Building muscle doesn’t always require eating more protein and pumping iron at the gym.
Chemists have been experimenting with various electrically conducting materials in hopes of creating “soft” artificial muscles that could power lighter, more flexible robots. Mike Marsella, a UCR assistant professor of chemistry, and graduate student Rodney Reid are trying to scale down the contracting and expanding characteristics of muscle to a single molecule, an advance that would lead to an array of applications in molecular electronics and nanotechnology.
Marsella and Reid have designed and synthesized an electrically conducting polymer composed of carbon-ringed building blocks called cyclooctatetraene which, in theory, should expand and contract when electrically stimulated. The work was reported in the journal Macromolecules in September.
The chemists say their design should allow the material to behave something like the bellows of an accordion when it expands and contracts. A single cyclooctatetraene is shaped somewhat like a half-open book, but opens flat when electrons are added or removed. By grafting the cyclooctatetraene to a polymer known to conduct electricity, the researchers reason, the phenomenon should work in a single macromolecule.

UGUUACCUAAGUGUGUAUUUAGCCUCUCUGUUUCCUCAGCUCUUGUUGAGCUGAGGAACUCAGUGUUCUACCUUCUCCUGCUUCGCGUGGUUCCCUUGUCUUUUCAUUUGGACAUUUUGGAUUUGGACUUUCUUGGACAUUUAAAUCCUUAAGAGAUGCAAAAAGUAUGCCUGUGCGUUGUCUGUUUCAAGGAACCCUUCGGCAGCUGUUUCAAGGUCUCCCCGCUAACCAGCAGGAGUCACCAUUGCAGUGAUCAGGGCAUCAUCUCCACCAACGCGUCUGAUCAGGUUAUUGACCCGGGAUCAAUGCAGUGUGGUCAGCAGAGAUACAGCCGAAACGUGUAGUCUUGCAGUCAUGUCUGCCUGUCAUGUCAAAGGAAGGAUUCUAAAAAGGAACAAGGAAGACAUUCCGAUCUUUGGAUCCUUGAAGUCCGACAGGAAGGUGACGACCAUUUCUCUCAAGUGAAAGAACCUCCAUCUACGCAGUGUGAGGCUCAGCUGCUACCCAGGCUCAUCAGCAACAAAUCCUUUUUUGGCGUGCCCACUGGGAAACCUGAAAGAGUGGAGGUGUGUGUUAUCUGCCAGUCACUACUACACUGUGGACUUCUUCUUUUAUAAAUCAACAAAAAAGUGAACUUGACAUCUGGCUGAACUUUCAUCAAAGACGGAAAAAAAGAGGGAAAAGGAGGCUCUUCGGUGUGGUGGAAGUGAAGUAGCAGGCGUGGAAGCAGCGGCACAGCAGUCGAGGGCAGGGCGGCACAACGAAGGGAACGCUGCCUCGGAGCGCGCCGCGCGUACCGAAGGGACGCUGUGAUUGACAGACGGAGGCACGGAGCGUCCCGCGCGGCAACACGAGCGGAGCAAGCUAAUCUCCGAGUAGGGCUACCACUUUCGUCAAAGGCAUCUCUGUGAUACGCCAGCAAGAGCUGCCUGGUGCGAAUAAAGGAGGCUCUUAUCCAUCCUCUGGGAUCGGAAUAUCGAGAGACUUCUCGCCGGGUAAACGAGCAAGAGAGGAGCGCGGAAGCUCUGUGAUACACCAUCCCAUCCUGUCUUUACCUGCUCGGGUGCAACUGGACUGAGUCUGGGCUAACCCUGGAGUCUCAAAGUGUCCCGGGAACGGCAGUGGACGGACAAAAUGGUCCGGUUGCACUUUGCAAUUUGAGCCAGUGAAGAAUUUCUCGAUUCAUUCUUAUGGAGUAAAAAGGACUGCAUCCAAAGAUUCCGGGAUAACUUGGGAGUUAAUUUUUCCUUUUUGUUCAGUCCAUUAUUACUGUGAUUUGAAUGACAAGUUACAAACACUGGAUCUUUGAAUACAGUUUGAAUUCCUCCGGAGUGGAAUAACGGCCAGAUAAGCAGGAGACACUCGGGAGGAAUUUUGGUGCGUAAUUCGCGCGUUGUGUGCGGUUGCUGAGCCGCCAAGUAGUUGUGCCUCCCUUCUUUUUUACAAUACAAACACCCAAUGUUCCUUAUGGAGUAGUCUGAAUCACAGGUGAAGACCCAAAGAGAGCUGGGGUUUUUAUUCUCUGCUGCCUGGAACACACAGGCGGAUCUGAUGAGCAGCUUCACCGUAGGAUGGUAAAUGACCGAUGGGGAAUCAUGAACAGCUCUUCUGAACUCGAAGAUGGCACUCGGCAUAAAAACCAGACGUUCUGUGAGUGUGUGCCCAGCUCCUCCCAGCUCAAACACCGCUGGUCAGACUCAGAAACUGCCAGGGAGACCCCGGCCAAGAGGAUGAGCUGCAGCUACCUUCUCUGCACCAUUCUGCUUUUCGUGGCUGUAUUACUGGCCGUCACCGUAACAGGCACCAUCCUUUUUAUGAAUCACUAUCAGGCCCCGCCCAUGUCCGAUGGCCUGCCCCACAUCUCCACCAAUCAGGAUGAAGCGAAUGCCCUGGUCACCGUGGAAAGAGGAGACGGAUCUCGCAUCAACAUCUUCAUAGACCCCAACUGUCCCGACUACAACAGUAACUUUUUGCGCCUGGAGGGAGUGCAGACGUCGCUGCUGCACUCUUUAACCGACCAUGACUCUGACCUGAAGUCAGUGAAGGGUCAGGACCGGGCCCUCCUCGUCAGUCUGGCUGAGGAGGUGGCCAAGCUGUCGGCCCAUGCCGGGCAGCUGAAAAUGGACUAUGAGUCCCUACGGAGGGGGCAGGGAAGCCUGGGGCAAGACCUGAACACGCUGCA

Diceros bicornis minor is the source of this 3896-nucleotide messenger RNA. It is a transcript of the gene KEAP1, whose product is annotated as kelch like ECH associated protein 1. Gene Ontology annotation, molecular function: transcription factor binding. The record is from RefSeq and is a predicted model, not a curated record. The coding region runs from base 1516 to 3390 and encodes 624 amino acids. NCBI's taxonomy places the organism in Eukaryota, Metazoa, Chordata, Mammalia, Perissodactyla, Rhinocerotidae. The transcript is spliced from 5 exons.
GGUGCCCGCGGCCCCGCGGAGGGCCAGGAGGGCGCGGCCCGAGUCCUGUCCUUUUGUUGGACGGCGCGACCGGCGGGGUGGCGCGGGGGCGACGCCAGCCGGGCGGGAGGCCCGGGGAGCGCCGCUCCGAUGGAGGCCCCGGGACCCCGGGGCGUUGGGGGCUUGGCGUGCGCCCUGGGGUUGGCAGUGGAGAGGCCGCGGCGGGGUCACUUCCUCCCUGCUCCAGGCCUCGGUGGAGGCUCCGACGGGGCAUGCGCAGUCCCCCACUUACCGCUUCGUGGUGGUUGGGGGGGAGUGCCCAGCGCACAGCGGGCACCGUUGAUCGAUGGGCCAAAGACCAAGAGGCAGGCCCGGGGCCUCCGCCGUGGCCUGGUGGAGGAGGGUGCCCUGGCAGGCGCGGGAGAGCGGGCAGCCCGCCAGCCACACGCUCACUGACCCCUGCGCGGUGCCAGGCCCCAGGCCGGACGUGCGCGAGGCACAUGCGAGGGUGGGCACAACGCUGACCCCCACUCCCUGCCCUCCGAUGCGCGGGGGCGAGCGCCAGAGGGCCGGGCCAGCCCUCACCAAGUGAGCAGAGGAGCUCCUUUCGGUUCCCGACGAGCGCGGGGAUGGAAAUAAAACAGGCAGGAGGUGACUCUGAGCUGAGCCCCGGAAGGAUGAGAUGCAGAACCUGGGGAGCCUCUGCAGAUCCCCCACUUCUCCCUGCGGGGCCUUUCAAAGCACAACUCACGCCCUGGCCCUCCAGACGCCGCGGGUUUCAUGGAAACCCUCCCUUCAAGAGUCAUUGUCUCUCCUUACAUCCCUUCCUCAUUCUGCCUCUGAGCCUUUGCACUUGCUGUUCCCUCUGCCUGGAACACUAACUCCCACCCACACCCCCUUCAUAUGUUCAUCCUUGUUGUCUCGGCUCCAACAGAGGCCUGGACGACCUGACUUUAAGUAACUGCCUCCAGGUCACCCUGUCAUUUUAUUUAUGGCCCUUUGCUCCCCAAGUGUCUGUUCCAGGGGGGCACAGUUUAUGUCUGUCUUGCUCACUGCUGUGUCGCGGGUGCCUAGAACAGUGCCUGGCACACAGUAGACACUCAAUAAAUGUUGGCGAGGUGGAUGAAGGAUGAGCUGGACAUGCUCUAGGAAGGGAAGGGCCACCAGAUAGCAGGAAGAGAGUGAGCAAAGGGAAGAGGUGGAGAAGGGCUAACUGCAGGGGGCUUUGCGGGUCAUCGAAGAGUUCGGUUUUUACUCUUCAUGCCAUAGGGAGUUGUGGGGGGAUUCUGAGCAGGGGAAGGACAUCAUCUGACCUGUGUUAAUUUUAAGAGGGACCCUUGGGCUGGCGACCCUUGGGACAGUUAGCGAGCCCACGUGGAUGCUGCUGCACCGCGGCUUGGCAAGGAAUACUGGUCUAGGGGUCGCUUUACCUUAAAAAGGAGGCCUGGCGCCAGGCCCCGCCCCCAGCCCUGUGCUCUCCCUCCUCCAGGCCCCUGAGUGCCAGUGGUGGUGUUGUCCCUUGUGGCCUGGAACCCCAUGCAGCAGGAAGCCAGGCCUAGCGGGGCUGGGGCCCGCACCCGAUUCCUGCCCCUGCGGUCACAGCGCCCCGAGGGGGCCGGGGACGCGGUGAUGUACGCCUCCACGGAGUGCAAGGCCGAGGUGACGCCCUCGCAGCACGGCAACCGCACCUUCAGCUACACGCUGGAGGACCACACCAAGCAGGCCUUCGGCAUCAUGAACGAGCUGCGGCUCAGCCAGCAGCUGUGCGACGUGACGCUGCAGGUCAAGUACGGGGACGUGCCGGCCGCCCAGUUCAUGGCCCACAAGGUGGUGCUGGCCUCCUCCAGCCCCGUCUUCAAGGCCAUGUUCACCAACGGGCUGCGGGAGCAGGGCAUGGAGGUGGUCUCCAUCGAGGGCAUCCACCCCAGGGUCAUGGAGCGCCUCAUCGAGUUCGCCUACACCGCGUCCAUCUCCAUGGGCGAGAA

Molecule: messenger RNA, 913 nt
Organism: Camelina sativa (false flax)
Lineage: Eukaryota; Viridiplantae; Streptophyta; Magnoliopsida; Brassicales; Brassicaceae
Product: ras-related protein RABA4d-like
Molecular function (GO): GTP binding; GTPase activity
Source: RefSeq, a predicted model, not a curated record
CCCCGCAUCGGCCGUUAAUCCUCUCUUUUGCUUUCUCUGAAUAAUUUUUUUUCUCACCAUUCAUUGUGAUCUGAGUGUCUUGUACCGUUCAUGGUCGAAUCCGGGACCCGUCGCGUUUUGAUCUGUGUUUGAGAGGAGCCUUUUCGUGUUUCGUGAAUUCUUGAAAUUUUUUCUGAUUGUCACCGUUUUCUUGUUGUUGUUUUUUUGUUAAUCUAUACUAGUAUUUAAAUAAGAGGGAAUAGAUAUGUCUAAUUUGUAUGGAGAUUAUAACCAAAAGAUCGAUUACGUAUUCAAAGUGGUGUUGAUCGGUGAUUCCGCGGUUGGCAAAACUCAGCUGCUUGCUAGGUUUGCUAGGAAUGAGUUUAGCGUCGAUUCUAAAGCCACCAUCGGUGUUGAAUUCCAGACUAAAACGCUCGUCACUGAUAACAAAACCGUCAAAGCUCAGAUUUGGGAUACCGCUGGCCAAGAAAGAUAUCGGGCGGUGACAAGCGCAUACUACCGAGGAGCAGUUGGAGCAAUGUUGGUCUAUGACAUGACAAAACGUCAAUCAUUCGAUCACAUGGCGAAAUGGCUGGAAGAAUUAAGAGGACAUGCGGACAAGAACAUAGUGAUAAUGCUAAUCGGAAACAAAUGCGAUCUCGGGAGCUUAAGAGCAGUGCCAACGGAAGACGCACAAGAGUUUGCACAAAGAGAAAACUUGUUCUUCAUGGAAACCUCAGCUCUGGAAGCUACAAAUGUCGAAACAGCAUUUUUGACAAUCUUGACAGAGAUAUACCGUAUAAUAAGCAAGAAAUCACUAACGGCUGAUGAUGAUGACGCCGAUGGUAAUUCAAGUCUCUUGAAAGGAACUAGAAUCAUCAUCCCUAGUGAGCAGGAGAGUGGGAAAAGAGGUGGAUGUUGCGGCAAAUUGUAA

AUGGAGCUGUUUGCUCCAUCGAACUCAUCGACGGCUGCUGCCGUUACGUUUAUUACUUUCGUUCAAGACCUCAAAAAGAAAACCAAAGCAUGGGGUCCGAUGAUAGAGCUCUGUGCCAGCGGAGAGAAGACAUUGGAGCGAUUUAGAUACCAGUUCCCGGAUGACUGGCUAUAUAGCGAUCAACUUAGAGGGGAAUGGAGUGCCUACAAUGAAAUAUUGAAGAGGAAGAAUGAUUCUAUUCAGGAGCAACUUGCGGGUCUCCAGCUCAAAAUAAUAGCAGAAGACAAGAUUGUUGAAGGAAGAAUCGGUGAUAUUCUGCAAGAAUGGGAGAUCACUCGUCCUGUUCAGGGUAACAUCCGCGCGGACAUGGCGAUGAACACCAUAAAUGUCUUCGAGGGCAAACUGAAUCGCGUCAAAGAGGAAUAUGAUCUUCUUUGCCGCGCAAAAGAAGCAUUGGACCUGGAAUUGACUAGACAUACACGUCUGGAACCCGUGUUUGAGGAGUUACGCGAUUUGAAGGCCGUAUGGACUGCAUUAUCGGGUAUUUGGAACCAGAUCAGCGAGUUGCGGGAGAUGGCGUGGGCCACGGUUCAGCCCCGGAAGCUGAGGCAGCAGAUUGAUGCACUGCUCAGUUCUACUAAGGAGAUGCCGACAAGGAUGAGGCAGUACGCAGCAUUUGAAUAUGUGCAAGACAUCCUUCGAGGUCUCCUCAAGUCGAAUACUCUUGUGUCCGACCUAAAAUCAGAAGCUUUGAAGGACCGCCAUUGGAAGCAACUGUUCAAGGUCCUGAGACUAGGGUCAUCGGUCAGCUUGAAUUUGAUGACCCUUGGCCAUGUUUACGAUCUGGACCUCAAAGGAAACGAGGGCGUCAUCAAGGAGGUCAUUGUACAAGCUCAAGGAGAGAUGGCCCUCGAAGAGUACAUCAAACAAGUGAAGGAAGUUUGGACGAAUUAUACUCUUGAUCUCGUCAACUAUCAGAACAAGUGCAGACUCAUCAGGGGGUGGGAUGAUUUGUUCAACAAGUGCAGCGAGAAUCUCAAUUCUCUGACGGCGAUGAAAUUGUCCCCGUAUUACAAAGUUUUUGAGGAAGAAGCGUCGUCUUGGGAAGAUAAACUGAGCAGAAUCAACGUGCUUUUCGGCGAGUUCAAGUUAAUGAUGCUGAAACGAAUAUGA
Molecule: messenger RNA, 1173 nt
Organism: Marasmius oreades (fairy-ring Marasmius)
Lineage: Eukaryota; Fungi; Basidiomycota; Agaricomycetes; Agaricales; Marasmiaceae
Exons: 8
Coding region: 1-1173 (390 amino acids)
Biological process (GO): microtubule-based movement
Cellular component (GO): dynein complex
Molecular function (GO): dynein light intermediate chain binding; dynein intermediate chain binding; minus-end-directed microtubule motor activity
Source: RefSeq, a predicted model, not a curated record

The next step in the chemists’ research is to demonstrate that such a system will work.
If it does work, the molecular muscle could find a variety of applications, including tiny military flying devices that carry sensors to detect chemical or biological warfare agents, biomedical devices and molecule-sized “fans” to cool microelectronic devices.
The research is supported by the National Science Foundation, American Chemical Society, Research Corporation and DuPont.